“An Evening with Harmony” played as a one-night-only engagement via panel discussion/partial preview last week at the William Bremen Jewish Heritage Museum in Midtown for the much anticipated musical — slated to run Friday through Oct. 6.
Barry Manilow and writing partner Bruce Sussman were joined onstage by director Tony Speciale and Alliance Theatre Artistic Director Susan V. Booth for a lively discussion spliced with clipped vocal performances from the play.
Set in pre-World War II Germany, “Harmony” centers on the Comedian Harmonists, a popular singing group of Jews and gentiles torn apart and nearly erased from history.
“As a musician, it was really important for me to tell the world about them,” said Manilow. “They established the foundation and the architecture of the music that’s popular today. As a Jew, it was important to remind people what happened.”
The Comedian Harmonists, a sextet of crooners, sold millions of records and starred in several films before the war tore the group apart, with little history left behind.
Manilow composed the music for the show; Sussman wrote the script and lyrics.
Sussman recalled the sage words of a colleague in attempting to frame the production thematically.
“As the narrative unfolds, time and time again in the storytelling the play invites the audience to ask the question, ‘What would you have done?’” Sussman said.
“That’s what theatre does like no other art form does. … This relationship between the people on the stage and the people in the house, it inspires something …”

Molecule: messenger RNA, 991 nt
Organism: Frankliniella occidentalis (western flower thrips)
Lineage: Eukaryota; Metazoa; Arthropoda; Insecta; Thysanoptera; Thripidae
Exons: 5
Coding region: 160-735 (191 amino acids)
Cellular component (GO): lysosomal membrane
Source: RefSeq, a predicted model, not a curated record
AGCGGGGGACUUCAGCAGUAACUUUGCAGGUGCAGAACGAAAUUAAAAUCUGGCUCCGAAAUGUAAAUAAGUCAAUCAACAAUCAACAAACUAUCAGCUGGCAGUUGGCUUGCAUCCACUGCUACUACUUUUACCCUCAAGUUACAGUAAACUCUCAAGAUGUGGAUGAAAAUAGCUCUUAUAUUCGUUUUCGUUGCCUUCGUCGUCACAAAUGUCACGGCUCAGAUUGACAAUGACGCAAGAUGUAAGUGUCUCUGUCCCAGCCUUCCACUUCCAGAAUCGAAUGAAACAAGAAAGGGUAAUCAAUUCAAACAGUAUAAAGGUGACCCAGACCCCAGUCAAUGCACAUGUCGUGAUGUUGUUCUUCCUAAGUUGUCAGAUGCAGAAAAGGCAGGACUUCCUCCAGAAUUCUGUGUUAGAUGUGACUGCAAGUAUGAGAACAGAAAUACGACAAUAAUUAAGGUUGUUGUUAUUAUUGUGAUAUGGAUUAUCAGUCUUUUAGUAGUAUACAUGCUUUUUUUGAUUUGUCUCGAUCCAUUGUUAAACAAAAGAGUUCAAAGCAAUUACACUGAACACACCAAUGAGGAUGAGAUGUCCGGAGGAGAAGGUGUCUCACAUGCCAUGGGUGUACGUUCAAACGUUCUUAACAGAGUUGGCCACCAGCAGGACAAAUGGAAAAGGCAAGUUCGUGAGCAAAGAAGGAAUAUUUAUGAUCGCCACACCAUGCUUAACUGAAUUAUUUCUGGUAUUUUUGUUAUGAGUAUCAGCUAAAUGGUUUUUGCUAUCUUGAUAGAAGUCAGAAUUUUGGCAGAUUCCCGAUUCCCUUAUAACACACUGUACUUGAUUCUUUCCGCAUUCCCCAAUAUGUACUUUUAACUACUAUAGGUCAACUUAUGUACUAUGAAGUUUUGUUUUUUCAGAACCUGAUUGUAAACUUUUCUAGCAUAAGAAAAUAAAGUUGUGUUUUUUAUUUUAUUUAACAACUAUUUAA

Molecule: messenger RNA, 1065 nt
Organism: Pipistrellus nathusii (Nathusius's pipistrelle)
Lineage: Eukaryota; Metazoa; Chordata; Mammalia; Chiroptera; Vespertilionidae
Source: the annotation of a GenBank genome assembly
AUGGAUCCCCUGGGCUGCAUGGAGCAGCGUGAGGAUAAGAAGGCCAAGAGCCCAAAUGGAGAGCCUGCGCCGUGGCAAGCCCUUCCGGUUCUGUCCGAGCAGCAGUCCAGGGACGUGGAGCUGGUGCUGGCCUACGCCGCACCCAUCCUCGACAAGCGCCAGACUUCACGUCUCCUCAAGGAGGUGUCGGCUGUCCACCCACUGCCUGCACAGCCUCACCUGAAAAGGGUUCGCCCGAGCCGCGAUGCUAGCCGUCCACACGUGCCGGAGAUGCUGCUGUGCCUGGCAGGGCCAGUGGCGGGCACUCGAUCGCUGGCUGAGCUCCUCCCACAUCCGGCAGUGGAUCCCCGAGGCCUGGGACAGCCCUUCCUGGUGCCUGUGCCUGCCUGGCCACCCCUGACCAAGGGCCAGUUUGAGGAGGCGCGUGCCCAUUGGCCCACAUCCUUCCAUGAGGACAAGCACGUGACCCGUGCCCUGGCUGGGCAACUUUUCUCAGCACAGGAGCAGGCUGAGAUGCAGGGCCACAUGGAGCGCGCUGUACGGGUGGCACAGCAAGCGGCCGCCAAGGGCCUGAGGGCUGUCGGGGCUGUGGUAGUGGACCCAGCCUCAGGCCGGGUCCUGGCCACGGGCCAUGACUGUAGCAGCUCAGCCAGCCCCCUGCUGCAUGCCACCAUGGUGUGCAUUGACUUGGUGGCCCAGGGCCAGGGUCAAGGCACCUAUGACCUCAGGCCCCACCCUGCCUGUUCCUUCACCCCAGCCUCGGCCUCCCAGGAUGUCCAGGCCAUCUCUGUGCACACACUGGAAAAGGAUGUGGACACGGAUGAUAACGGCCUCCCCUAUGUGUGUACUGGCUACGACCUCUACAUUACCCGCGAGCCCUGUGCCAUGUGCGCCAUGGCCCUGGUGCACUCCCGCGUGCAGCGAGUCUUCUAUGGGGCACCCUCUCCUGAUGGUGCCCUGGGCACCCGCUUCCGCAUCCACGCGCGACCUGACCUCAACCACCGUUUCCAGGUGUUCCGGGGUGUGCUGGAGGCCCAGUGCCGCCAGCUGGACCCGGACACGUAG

The collaborators saluted Booth for her instrumental role in bringing the production to Atlanta.
Speciale came aboard as director at the others’ behest.
“For me, [“Harmony”] is story about collaboration … how people can come together during adverse times and create something incredible,” said Speciale. “I think that’s a universal story.
“Also, there are members of the group who were unjustly persecuted … everyone at some moment in their lives has [experienced] persecution — and that transcends race, religion and everything else.”
The event also served as the unveiling of the Molly Blank Jewish Concert Series.
The series is a result of the museum’s partnership with the Atlanta Opera. The themed shows will be held in the intimate confines of Breman auditorium. The opening concert is aptly titled the following:
o “Music of the Holocaust commemorating the 75th anniversary of Kristallnacht,” Nov. 9
— Staff Writer Megan Thornton contributed to this report.